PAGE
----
Where the fuck is that going to be??

  29. Grazie Pedale! I love the images of the tifosi, and the landscape, but my favourite is the two young lads pointing the Saxo rider where to go, the looks on their faces are priceless.

  30. Such vivid photography, great write-up. Thanks, dude!

  31. Adding my thanks for the write up and pictures. Reminded me that too many years have past since I last spent a relaxed day near the Duomo in Milano.

  32. Complimenti! Great photos, thanks very much.

  33. Thank you all, really.
    As I said it was a great day and it’s a pleasure share that experience here.
    Your comments are the fuel for my ‘photography engine’!

  34. Lovely set, grazie tanto.

  35. Really great stuff PF! Thanks for the”live” action report. Jealous is an understatement!

  36. @Pedale.Forchetta
    Pedale, what ever it takes we will send international over night special delivery to keep that engine at the highest RPM!
    I am unofficially going to speak for the peloton and say you are officially the Velominati press corp photo guy. It is time to quite the day job and start doing this full time – please?

  37. @Pedale.Forchetta
    Thank you for posting up pics and write up!
    Love the family! Can taste the food on the table and feel the welcoming love of sharing the day! Chapeau!

    @Bianchi Denti

    Superb. Grazie!
    Love the 2nd photo of Gerro and Faboo at the finish. Looks like Faboo is thinking “Well, THAT was a waste of 7 fucking hours work!”

    My exact thoughts when I saw that pic! The face says it all!

  38. @il ciclista medio
    Did you enjoy those cross winds today ICM?

  39. Pedale…Thanks.

    Your images tell such a good story. All the “B” roll reveals the meaning of the bike culture to Italy.
    I love the “no airbag” sticker.
    Matt Goss looks like someone you wouldn’t want to get in a bar fight with but I gather he’s a proper gentleman.

  40. What a day indeed. Amazing report and photos and together it transports all the Velominati from Milano to Sanremo. The before and after contrasts are great, these riders look damn good after 290km of racing and I wouldn’t look so relaxed at the start. Pedale, anytime you want to use your press pass to get into an Italian race please do and always bring the digital camera. Fantastic.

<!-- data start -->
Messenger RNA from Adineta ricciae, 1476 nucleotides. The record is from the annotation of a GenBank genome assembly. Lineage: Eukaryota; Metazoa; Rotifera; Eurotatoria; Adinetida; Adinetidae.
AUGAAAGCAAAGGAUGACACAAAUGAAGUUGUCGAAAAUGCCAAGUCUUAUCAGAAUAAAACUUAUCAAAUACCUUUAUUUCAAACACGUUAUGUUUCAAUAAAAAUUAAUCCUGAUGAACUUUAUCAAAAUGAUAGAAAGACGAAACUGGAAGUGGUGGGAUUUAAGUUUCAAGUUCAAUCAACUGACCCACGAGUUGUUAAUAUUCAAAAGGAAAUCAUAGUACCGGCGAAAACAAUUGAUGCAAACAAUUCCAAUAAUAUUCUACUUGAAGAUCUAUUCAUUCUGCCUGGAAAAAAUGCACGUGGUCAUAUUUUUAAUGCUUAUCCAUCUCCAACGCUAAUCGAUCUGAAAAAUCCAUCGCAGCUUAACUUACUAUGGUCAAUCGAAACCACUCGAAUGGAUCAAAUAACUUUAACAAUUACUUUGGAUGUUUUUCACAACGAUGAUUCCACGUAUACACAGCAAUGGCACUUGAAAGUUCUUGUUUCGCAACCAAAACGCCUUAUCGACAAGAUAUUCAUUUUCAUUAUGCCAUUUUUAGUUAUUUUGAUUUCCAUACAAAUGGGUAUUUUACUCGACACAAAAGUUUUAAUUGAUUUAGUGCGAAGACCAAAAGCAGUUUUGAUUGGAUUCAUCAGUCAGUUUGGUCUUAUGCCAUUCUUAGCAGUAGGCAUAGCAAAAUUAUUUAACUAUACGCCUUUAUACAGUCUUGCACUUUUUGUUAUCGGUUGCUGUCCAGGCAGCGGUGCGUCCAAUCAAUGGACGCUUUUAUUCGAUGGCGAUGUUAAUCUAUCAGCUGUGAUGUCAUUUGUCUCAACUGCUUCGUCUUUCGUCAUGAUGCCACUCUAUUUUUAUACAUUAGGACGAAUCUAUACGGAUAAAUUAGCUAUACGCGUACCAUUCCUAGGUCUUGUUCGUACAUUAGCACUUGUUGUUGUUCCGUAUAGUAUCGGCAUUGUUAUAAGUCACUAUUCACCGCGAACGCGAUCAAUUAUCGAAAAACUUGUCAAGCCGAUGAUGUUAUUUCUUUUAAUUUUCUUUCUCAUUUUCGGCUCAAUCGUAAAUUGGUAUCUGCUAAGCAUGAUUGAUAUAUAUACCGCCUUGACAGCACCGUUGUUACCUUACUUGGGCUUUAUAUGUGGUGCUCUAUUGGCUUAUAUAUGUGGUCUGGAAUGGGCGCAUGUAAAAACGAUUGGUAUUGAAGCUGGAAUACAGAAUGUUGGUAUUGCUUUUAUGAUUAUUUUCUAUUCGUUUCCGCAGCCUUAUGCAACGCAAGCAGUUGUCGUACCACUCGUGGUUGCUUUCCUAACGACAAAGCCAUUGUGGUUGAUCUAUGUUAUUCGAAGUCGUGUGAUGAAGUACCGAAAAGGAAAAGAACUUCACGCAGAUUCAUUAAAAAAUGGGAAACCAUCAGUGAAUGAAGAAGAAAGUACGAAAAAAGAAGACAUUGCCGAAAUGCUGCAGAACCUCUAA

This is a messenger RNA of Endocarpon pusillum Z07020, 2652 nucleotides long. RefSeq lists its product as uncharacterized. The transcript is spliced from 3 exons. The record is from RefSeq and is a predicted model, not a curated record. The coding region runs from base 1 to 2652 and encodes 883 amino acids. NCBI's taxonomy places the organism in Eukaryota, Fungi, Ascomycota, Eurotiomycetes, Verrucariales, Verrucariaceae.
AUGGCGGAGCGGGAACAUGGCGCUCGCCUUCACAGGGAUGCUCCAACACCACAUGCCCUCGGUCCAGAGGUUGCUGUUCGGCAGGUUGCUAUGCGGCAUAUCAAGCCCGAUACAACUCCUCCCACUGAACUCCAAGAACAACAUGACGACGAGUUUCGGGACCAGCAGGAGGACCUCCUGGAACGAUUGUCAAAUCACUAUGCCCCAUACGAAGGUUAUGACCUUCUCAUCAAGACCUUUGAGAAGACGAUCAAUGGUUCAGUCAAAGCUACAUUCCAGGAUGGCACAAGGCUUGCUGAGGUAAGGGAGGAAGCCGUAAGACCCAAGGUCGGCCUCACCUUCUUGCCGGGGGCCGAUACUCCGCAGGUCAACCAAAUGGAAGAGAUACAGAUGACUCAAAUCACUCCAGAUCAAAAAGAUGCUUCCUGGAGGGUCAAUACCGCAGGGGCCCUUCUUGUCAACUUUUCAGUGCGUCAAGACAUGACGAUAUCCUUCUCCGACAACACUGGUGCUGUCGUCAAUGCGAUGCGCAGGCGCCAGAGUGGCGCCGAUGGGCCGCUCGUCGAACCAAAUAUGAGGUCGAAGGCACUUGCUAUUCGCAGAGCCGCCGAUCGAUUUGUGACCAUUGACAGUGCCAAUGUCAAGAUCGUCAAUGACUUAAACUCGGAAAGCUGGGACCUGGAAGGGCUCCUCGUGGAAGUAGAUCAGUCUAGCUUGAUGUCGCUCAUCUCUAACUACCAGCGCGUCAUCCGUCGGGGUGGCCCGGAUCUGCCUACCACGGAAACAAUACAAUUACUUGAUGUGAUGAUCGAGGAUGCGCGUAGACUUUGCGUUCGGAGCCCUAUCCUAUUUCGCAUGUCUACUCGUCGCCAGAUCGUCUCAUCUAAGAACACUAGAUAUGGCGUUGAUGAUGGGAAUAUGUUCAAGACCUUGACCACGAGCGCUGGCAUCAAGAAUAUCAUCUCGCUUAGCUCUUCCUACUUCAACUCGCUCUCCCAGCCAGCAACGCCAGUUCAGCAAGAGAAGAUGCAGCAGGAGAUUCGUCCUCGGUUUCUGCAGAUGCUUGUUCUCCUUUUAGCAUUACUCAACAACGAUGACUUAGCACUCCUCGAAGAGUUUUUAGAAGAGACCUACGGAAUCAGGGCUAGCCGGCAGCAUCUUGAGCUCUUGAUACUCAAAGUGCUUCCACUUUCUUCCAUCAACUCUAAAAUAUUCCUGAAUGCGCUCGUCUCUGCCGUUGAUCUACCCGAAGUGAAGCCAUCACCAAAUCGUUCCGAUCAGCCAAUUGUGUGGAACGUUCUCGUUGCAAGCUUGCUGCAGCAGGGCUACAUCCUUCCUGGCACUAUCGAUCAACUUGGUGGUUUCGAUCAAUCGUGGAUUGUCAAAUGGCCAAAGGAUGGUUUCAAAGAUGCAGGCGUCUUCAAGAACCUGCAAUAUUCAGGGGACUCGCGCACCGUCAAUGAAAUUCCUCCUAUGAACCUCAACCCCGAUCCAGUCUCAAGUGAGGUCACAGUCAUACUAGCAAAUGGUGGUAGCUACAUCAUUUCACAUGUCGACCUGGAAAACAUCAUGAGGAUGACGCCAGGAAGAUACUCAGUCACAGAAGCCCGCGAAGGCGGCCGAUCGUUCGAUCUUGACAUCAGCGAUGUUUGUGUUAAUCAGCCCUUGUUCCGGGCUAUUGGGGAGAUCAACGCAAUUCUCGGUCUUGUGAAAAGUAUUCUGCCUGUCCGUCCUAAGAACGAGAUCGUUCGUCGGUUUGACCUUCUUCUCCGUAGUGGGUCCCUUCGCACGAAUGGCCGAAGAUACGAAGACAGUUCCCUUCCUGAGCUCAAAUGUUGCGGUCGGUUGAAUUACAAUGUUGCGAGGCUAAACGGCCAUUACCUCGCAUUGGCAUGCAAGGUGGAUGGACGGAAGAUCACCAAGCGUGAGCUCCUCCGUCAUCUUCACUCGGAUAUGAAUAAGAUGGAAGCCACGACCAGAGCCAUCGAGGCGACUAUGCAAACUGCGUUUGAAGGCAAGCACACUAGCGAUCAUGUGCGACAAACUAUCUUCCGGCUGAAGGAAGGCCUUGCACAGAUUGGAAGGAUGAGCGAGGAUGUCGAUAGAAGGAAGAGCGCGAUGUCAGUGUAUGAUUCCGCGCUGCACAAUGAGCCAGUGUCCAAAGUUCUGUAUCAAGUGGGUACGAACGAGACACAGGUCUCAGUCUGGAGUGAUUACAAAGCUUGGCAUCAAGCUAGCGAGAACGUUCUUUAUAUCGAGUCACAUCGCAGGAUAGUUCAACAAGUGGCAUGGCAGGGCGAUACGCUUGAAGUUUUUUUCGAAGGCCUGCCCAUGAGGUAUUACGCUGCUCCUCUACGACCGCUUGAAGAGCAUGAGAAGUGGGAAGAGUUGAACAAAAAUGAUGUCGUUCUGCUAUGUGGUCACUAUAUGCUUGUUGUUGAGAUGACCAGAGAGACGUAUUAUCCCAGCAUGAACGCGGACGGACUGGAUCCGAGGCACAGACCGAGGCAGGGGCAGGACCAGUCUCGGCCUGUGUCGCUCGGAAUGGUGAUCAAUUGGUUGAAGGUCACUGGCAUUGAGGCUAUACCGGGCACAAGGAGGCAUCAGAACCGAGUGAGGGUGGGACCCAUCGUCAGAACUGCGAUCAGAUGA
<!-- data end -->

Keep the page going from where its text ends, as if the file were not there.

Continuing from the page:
No airbag so we will die like heroes. I’m glad you included that.

  41. PF–When I die, I’m coming back as your camera.

    Breathtaking, as always. Thank you!

  42. @minion

    @Cyclops

    Freaking AWESOME! I truly envy you PF. My wife always asks me what I would do if money was no object and the response is always the same; move to Italy and ride my bike.

    Ain’t that the truth! Not saying riding where I am is dud, cos I haven’t actually ridden here yet, but that’s the beautiful dream.

    Wadda you mean “haven’t actually ridden here yet”? Did you move?

  43. Fantastic post Padele. Thank you.

  44. Fantastic post Pedale. Thank you.

  45. Ha! Matthew Goss! I like it, even tho the Yanks don’t know who he was. If my photos were half as good as yours I’d be twice as good. The pic that I like the most is the one of the fat tifoso in the ‘white ladies’ eating a fat sandwich. It’s so Italian…

  46. @zalamanda
    Ahahah… true!

  47. Thank you all!

  48. Grazie PF! Superb work.

  49. Grazie PF!

    Aside from all the other comments you got the very unusual photo of Hincapie w/o shoe covers, rivals the photo of Anquetil with bidon in the cage on a climb for rare.

Leave a Reply